Towards a totalitarian thought?
Totalitarian thinking seeks, as one of its main objectives, to gag, persecute and isolate those who do not think according to dictators in turn.

Thinking involves opening yourself to truth, justice, beauty, good. Thinking is the basic budget for freedom to mature and be oriented right. That is why totalitarian thinking seeks, as one of its main objectives, to gag, persecute and isolate those who do not think according to dictators on duty.

Some voices have risen in the past and rise in the present against that gag of defenders of totalitarian thought. Complaints such as that of the famous George Orwell in "1984", or that of Lois Lowry's recent novel "The Giver", are paradigms of those voices, many of which struggle with indifference or even the hostility of those who should be champions of freedom.

Are people and groups currently seeking to impose totalitarian thinking? Yes, for example when freedom of historical research is prohibited by law; or when laws are passed against alleged "phobias" involving accusing anyone who opposes such laws as an enemy and dangerous; or when religious or ethical ideas are prevented from being taught under the false pretext that they offend those who think otherwise; or when an act as unfair as abortion is declared as right and then labeled as violent precisely to those who go against such a "right"...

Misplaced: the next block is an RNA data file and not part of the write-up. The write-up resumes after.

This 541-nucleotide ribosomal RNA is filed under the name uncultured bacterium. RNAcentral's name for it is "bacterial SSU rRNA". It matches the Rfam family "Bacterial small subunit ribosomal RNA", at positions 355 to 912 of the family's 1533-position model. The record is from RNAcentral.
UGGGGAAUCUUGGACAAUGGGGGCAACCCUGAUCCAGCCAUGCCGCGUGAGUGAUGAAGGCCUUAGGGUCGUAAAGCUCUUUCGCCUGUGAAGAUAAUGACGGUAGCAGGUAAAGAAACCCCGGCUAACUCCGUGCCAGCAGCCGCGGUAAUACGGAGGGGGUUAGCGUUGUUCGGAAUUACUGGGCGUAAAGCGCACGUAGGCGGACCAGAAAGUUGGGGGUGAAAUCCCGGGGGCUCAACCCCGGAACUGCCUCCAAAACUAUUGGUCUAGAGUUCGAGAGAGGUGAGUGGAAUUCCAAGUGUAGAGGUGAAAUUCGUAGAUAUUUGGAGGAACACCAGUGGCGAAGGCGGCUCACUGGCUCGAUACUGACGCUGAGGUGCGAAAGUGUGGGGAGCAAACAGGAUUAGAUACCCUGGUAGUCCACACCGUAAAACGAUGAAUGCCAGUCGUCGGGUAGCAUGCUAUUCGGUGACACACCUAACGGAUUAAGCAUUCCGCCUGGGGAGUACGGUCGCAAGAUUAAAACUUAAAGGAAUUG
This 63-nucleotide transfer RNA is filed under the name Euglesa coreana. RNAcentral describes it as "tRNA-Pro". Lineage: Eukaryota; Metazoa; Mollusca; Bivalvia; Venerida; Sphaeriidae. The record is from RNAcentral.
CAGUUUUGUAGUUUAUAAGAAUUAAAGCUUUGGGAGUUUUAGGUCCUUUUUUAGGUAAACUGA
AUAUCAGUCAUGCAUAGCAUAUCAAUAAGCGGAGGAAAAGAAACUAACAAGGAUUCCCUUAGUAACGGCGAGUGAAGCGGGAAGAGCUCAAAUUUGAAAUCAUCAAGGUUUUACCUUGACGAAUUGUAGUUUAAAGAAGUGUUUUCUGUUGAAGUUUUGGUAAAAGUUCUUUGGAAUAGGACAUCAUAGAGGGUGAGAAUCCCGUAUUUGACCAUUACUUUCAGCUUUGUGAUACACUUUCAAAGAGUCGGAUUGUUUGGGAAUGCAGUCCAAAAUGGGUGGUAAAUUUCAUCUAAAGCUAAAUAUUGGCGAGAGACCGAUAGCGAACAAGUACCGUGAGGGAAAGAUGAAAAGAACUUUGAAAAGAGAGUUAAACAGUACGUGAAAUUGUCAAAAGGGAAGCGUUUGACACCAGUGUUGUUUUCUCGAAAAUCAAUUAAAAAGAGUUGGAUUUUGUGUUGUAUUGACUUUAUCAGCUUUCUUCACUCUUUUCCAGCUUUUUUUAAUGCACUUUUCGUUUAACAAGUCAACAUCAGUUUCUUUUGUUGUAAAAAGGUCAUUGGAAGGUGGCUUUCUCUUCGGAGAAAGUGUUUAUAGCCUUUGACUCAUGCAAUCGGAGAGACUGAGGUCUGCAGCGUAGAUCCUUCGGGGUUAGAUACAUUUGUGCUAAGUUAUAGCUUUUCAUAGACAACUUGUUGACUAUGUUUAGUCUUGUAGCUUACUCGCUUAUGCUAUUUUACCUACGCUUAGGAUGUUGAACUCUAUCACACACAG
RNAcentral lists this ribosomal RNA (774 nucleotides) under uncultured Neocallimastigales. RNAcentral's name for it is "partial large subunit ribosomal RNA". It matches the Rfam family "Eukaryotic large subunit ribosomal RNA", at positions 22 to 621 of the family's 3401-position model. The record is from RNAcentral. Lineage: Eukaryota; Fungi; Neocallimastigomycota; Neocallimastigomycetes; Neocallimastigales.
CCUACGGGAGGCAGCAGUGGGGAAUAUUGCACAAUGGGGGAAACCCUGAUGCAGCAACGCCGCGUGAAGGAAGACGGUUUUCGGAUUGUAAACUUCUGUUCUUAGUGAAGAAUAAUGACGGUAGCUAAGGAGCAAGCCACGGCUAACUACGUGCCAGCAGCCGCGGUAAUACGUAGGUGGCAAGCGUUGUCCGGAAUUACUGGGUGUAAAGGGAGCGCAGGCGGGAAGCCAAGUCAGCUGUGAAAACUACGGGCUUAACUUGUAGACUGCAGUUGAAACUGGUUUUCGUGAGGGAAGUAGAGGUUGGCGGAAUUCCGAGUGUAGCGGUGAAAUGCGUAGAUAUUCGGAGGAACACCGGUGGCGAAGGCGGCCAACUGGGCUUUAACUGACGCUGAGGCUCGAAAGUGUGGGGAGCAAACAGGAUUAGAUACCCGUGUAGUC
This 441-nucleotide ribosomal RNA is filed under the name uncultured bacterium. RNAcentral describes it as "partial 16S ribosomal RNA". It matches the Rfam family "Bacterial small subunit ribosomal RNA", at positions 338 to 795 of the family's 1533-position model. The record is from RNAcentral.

What is surprising is the passivity of many in the face of local, national or international pressures in favor of totalitarian thinking. If something great has the human being, with all its mistakes of the past and the present, it consists precisely in its ability to think beyond arbitrary impositions and gags covered by false rights and ideological pressures of some groups.

Therefore, defending the right to think and to express one's convictions before absurd laws, which seek to gag opponents, is not only a necessity but even an obligation to save societies from succumbing under the control of groups Totalitarian.

Totalitarian thinking will certainly seek to crush opponents. It has done so in dictatorships such as Hitler, Lenin, Stalin, and Mao. It did so even during the French Revolution under the false pretext of defending the idea of freedom used ideologically by fanatical groups of revolutionary intolerants. And it does so in the democratic world with subtle tactics, where under the supposed and misleading idea of defending minorities, all they seek is to arbitrarily silence anyone who thinks autonomously.

Perhaps advocates of these abuses will one day, with surprise, see how the totalitarian mechanisms they promote turn against them. The "myth" of the revolution that engulfs your children is not a myth, but a sad reality.

Opening our eyes to the threats of totalitarian thinking and those who promote it will allow a strong reaction for justice to be defended and for the men and women of our planet to search, freely, for those truths that they crave in the greatest intimate of their hearts.

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